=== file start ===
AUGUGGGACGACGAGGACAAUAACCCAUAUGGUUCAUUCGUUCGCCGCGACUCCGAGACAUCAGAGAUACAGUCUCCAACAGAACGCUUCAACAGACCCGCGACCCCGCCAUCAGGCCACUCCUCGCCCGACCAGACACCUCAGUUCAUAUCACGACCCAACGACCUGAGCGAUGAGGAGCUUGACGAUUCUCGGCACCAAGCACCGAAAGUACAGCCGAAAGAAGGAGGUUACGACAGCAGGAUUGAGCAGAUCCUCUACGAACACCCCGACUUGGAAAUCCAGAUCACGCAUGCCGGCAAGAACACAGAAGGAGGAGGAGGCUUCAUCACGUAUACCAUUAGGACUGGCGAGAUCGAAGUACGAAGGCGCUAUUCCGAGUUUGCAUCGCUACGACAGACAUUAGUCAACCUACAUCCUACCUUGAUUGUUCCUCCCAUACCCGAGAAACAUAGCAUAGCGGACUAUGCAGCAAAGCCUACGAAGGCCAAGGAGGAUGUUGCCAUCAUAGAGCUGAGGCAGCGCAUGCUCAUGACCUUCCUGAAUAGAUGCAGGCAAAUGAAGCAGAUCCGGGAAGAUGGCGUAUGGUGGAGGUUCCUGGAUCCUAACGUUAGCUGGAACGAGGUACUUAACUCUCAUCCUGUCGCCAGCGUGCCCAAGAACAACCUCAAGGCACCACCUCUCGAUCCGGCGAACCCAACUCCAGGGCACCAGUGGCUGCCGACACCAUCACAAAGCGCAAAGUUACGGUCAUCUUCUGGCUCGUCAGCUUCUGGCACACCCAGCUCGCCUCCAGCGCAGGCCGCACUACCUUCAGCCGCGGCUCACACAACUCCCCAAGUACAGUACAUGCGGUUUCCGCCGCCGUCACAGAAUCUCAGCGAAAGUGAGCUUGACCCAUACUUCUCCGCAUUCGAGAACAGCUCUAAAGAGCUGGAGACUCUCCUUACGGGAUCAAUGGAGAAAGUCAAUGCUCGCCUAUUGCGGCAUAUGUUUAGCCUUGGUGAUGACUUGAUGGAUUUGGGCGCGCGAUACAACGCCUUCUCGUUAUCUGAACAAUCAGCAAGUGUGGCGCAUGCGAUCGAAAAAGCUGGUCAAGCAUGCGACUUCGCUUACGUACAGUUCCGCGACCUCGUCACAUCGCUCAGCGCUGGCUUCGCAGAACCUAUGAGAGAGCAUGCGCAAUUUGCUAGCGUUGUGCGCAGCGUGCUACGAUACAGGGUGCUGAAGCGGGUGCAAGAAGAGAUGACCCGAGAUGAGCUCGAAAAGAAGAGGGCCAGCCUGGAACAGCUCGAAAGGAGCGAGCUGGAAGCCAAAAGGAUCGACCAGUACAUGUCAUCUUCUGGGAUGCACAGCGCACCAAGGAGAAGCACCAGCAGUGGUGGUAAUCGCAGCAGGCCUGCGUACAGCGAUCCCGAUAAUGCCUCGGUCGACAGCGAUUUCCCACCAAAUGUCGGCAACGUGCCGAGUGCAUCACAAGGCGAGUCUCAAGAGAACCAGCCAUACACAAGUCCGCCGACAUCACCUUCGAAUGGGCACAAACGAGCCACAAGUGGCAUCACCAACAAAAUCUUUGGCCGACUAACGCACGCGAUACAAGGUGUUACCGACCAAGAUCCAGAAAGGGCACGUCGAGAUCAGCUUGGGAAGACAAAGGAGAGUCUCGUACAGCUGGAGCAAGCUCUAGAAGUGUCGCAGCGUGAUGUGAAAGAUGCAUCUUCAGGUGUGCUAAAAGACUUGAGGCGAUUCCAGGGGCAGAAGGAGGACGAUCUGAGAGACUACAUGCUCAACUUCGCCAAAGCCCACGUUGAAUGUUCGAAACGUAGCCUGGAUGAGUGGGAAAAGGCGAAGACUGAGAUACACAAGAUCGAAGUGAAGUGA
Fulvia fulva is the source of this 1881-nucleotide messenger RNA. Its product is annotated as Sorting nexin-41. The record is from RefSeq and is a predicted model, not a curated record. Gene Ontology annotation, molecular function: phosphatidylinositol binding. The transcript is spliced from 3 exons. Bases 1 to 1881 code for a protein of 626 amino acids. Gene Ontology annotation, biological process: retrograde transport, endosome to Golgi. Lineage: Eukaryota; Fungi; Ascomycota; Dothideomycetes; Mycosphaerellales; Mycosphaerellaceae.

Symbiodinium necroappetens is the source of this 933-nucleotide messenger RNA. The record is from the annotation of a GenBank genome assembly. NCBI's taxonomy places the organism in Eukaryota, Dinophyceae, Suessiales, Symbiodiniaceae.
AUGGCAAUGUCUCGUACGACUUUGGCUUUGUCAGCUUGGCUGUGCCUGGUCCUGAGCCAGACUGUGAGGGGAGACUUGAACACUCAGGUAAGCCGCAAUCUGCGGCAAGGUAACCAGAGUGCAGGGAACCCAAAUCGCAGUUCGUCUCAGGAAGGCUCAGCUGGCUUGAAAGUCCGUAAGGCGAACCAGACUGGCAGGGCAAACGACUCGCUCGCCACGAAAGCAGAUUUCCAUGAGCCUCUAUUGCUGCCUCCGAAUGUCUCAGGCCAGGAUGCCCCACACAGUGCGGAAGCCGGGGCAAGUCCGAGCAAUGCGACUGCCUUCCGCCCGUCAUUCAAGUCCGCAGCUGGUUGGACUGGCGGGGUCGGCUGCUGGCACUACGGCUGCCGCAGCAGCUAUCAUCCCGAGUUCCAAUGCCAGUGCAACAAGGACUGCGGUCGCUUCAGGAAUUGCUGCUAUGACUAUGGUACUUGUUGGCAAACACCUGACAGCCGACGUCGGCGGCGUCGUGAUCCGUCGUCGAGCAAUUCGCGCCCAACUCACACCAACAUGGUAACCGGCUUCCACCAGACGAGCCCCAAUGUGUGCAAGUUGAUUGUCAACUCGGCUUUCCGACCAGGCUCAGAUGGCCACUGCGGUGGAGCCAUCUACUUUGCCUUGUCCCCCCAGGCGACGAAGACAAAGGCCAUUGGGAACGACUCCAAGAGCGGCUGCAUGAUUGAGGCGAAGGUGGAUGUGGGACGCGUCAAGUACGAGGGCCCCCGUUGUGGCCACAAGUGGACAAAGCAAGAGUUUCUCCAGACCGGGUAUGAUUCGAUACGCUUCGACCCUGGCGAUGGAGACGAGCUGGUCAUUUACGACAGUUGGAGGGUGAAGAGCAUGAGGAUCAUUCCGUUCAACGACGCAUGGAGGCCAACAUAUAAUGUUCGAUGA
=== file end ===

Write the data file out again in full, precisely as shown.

AUGUGGGACGACGAGGACAAUAACCCAUAUGGUUCAUUCGUUCGCCGCGACUCCGAGACAUCAGAGAUACAGUCUCCAACAGAACGCUUCAACAGACCCGCGACCCCGCCAUCAGGCCACUCCUCGCCCGACCAGACACCUCAGUUCAUAUCACGACCCAACGACCUGAGCGAUGAGGAGCUUGACGAUUCUCGGCACCAAGCACCGAAAGUACAGCCGAAAGAAGGAGGUUACGACAGCAGGAUUGAGCAGAUCCUCUACGAACACCCCGACUUGGAAAUCCAGAUCACGCAUGCCGGCAAGAACACAGAAGGAGGAGGAGGCUUCAUCACGUAUACCAUUAGGACUGGCGAGAUCGAAGUACGAAGGCGCUAUUCCGAGUUUGCAUCGCUACGACAGACAUUAGUCAACCUACAUCCUACCUUGAUUGUUCCUCCCAUACCCGAGAAACAUAGCAUAGCGGACUAUGCAGCAAAGCCUACGAAGGCCAAGGAGGAUGUUGCCAUCAUAGAGCUGAGGCAGCGCAUGCUCAUGACCUUCCUGAAUAGAUGCAGGCAAAUGAAGCAGAUCCGGGAAGAUGGCGUAUGGUGGAGGUUCCUGGAUCCUAACGUUAGCUGGAACGAGGUACUUAACUCUCAUCCUGUCGCCAGCGUGCCCAAGAACAACCUCAAGGCACCACCUCUCGAUCCGGCGAACCCAACUCCAGGGCACCAGUGGCUGCCGACACCAUCACAAAGCGCAAAGUUACGGUCAUCUUCUGGCUCGUCAGCUUCUGGCACACCCAGCUCGCCUCCAGCGCAGGCCGCACUACCUUCAGCCGCGGCUCACACAACUCCCCAAGUACAGUACAUGCGGUUUCCGCCGCCGUCACAGAAUCUCAGCGAAAGUGAGCUUGACCCAUACUUCUCCGCAUUCGAGAACAGCUCUAAAGAGCUGGAGACUCUCCUUACGGGAUCAAUGGAGAAAGUCAAUGCUCGCCUAUUGCGGCAUAUGUUUAGCCUUGGUGAUGACUUGAUGGAUUUGGGCGCGCGAUACAACGCCUUCUCGUUAUCUGAACAAUCAGCAAGUGUGGCGCAUGCGAUCGAAAAAGCUGGUCAAGCAUGCGACUUCGCUUACGUACAGUUCCGCGACCUCGUCACAUCGCUCAGCGCUGGCUUCGCAGAACCUAUGAGAGAGCAUGCGCAAUUUGCUAGCGUUGUGCGCAGCGUGCUACGAUACAGGGUGCUGAAGCGGGUGCAAGAAGAGAUGACCCGAGAUGAGCUCGAAAAGAAGAGGGCCAGCCUGGAACAGCUCGAAAGGAGCGAGCUGGAAGCCAAAAGGAUCGACCAGUACAUGUCAUCUUCUGGGAUGCACAGCGCACCAAGGAGAAGCACCAGCAGUGGUGGUAAUCGCAGCAGGCCUGCGUACAGCGAUCCCGAUAAUGCCUCGGUCGACAGCGAUUUCCCACCAAAUGUCGGCAACGUGCCGAGUGCAUCACAAGGCGAGUCUCAAGAGAACCAGCCAUACACAAGUCCGCCGACAUCACCUUCGAAUGGGCACAAACGAGCCACAAGUGGCAUCACCAACAAAAUCUUUGGCCGACUAACGCACGCGAUACAAGGUGUUACCGACCAAGAUCCAGAAAGGGCACGUCGAGAUCAGCUUGGGAAGACAAAGGAGAGUCUCGUACAGCUGGAGCAAGCUCUAGAAGUGUCGCAGCGUGAUGUGAAAGAUGCAUCUUCAGGUGUGCUAAAAGACUUGAGGCGAUUCCAGGGGCAGAAGGAGGACGAUCUGAGAGACUACAUGCUCAACUUCGCCAAAGCCCACGUUGAAUGUUCGAAACGUAGCCUGGAUGAGUGGGAAAAGGCGAAGACUGAGAUACACAAGAUCGAAGUGAAGUGA
Fulvia fulva is the source of this 1881-nucleotide messenger RNA. Its product is annotated as Sorting nexin-41. The record is from RefSeq and is a predicted model, not a curated record. Gene Ontology annotation, molecular function: phosphatidylinositol binding. The transcript is spliced from 3 exons. Bases 1 to 1881 code for a protein of 626 amino acids. Gene Ontology annotation, biological process: retrograde transport, endosome to Golgi. Lineage: Eukaryota; Fungi; Ascomycota; Dothideomycetes; Mycosphaerellales; Mycosphaerellaceae.

Symbiodinium necroappetens is the source of this 933-nucleotide messenger RNA. The record is from the annotation of a GenBank genome assembly. NCBI's taxonomy places the organism in Eukaryota, Dinophyceae, Suessiales, Symbiodiniaceae.
AUGGCAAUGUCUCGUACGACUUUGGCUUUGUCAGCUUGGCUGUGCCUGGUCCUGAGCCAGACUGUGAGGGGAGACUUGAACACUCAGGUAAGCCGCAAUCUGCGGCAAGGUAACCAGAGUGCAGGGAACCCAAAUCGCAGUUCGUCUCAGGAAGGCUCAGCUGGCUUGAAAGUCCGUAAGGCGAACCAGACUGGCAGGGCAAACGACUCGCUCGCCACGAAAGCAGAUUUCCAUGAGCCUCUAUUGCUGCCUCCGAAUGUCUCAGGCCAGGAUGCCCCACACAGUGCGGAAGCCGGGGCAAGUCCGAGCAAUGCGACUGCCUUCCGCCCGUCAUUCAAGUCCGCAGCUGGUUGGACUGGCGGGGUCGGCUGCUGGCACUACGGCUGCCGCAGCAGCUAUCAUCCCGAGUUCCAAUGCCAGUGCAACAAGGACUGCGGUCGCUUCAGGAAUUGCUGCUAUGACUAUGGUACUUGUUGGCAAACACCUGACAGCCGACGUCGGCGGCGUCGUGAUCCGUCGUCGAGCAAUUCGCGCCCAACUCACACCAACAUGGUAACCGGCUUCCACCAGACGAGCCCCAAUGUGUGCAAGUUGAUUGUCAACUCGGCUUUCCGACCAGGCUCAGAUGGCCACUGCGGUGGAGCCAUCUACUUUGCCUUGUCCCCCCAGGCGACGAAGACAAAGGCCAUUGGGAACGACUCCAAGAGCGGCUGCAUGAUUGAGGCGAAGGUGGAUGUGGGACGCGUCAAGUACGAGGGCCCCCGUUGUGGCCACAAGUGGACAAAGCAAGAGUUUCUCCAGACCGGGUAUGAUUCGAUACGCUUCGACCCUGGCGAUGGAGACGAGCUGGUCAUUUACGACAGUUGGAGGGUGAAGAGCAUGAGGAUCAUUCCGUUCAACGACGCAUGGAGGCCAACAUAUAAUGUUCGAUGA